The values of cap rates and NIM vary between property types and locales. Some types of properties would exhibit similar cap rate and NIM values to each other. Low-risk, high demand properties, for instance, should have high NIMs and low cap rates in general. To get an accurate assessment, focus only on the variations within those types of properties.
Other Key Operating Ratios
Returns aren’t the only factor you need to consider. You must also look at the expenses entailed by your investment. The following ratios measure the value of your investment based on its expenses.
Your expense ratio (ER) represents how much of your rent earnings go toward your operational expenses. The more expensive a property is to maintain, the less worthwhile it is to invest in. You derive the ER by dividing your operational expenses by your greatest potential earnings. The lower the ER per unit, the more cost-effective your investment. Aim for an ER below 35 percent.
The debt coverage ratio is the part of the investment’s operational income used to cover debts. This represents the amount of your income that goes toward paying your mortgage. It is vital that your units charge enough rent to cover the costs of your monthly mortgage payments. You derive the debt coverage ratio by dividing your rental income with your annual mortgage payments.
The higher your debt coverage ratio, the better your investments perform. A debt coverage ratio below 1 percent indicates negative cash flow. A good ratio to aim for is at least 1.2, which is well above the break-even point.
Consider your loan-to value (LTV) ratio. This represents how much of your property’s value must be financed by the mortgage. The size of your LTV determines how risky you are perceived by your lender. The higher your down payment, the lower your LTV and the lower the mortgage you need to pay.
If you have an LTV over 80 percent, you must pay property mortgage insurance. This monthly expense offers no benefit to you in any way. By law, property mortgage insurance remains until your LTV reaches 78 percent. Thus, it’s often better to pay a larger down payment.
Calculating the Costs of Investment
To see the costs of real estate investing in action, let’s start small. You buy a duplex property with two units at the cost of $450,000. To avoid property mortgage insurance, you make a 20 percent down payment. You were fortunate to secure a 30-year mortgage with an annual percentage rate (APR) of 3.5 percent. Your total closing costs amount to $1,000.
Let’s also assume that you pay $1,200 each year in real estate taxes and your other expenses amount to about $2,000. Using our calculator above, let’s see how much your returns would be if you rent out each unit at $2,000 a month:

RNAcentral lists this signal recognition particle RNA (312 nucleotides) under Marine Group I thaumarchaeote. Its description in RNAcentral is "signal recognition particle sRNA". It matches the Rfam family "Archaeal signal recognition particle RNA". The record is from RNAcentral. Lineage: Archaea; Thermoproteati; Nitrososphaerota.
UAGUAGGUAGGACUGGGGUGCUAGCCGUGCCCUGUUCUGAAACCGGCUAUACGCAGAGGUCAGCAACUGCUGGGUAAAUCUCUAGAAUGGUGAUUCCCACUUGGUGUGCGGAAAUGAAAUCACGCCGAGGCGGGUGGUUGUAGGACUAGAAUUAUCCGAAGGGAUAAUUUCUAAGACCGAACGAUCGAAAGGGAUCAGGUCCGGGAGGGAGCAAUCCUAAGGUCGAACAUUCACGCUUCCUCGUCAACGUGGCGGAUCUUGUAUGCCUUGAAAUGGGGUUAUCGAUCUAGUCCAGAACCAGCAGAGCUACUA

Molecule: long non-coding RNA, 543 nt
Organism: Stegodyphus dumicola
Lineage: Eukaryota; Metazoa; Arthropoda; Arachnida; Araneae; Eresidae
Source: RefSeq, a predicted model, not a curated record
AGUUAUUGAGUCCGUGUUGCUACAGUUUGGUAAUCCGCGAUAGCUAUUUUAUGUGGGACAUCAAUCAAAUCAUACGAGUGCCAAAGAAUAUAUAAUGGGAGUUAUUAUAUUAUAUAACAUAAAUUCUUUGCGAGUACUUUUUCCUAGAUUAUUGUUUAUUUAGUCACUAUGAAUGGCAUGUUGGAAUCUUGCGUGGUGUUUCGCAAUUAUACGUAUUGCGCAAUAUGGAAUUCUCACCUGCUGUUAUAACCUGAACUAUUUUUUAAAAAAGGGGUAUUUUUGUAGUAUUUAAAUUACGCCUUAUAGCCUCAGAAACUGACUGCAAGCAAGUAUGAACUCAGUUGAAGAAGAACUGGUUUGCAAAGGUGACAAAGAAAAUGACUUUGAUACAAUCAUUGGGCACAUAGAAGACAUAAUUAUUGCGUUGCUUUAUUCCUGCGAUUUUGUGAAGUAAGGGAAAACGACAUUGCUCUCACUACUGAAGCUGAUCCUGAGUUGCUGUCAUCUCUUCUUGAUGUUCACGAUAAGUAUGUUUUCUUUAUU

30-Year Fixed-Rate Mortgage
Property Value (2 Units): $450,000.00
Price Per Unit: $225,000.00
Loan Amount: $360,000.00
Down Payment (20%): $90,000.00
Closing costs: $1,000.00
Other costs: $2,000
Monthly P&I Payment: $1,616.56
Here’s how much you’ll make when one or both units are occupied:
|Key Operating Ratios||Amount (50% Vacancy)||Amount (100% Occupancy)|
|Total Operating Expenses||$3,200.00||$3,200.00|
|Annual Debt Service (Mortgage Payments)||$19,399.00||$19,399.00|
|Pre-Tax Cash Flow||$1,401.00||$25,401.00|
In this scenario, you gain a marginal pre-tax profit of $1,401 if you only had one unit occupied. This is more than enough to cover your costs while still providing income. Meanwhile, you gain a larger steady cash flow once you rent out both units.
The advantages of your investment can be seen in the key operating ratios:
|Key Operating Ratios||Amount (50% Vacancy)||Amount (100% Occupancy)|
|Net Income Multiplier||20.64||10.04|
|Debt Coverage Ratio||1.12||2.31|
|ER per Unit||9.17%||6.67%|
At $2,000 a month per unit, you have a positive COC return even with only one of the units occupied at any given time. In addition, your debt coverage ratios and ER are well within the acceptable levels. However, your debt coverage is still only slightly above breaking even. You can thus see a marked improvement of your figures once you’ve rented both properties out.
When should an investor consider a REIT over direct real estate investment? On the surface, this seems like a question of resources. People who can’t invest in direct real estate turn to REITs. But the question is far more complex than it seems. REITs can outperform both stocks and direct investment in specific conditions. Meanwhile, the advantages of long-term direct investment can be rewarding for the patient investor.
The main advantage of REITs is liquidity. An investor can sell REITs fast, whereas it can take months to sell property. They also do not come with challenges like maintenance and dealing with tenants. All this is outsourced to the fund itself. Investors diversify faster with REITs since they are easier to buy.
However, REITs do not have the ability to capitalize on the property itself. They also lack the control over how the properties are managed. If you owned the property yourself, you have a direct hand at improving how your property is run. Landlords can choose tenants, improvements, and rents to optimize their profitability.
REITs fall under a higher tax bracket than real estate and lack many of the tax benefits. Property taxes themselves can compose a large part of a REIT’s operating expenses. Thus, taxation becomes an issue over time. Excess taxation can eat into your profits, which wouldn’t have been the case if they diversified.
The right property is critical to maximizing the returns over the short and long run. Your property shouldn’t only cover your costs when occupied. It should also have yields that match or surpass those of its neighbors. Compare key operating ratios for all prospective investments with care. Even a slight difference can have significant impact on returns.
As with all investments, start small. The risks of a smaller investment are easier to manage and hedge against. Use these initial steps to build up your real property portfolio.
Location is an important consideration. Investors should choose properties that are in places of high demand. This lets them command the rents and guarantee high rates of occupancy. Property values also tend to go up in locations with high demand. The shrewd real estate investor follows demand and invests where the tenants want to be.
In the right conditions, real estate can provide a steady and secure source of returns. The right opening moves can help you capitalize on real estate’s inherent advantages.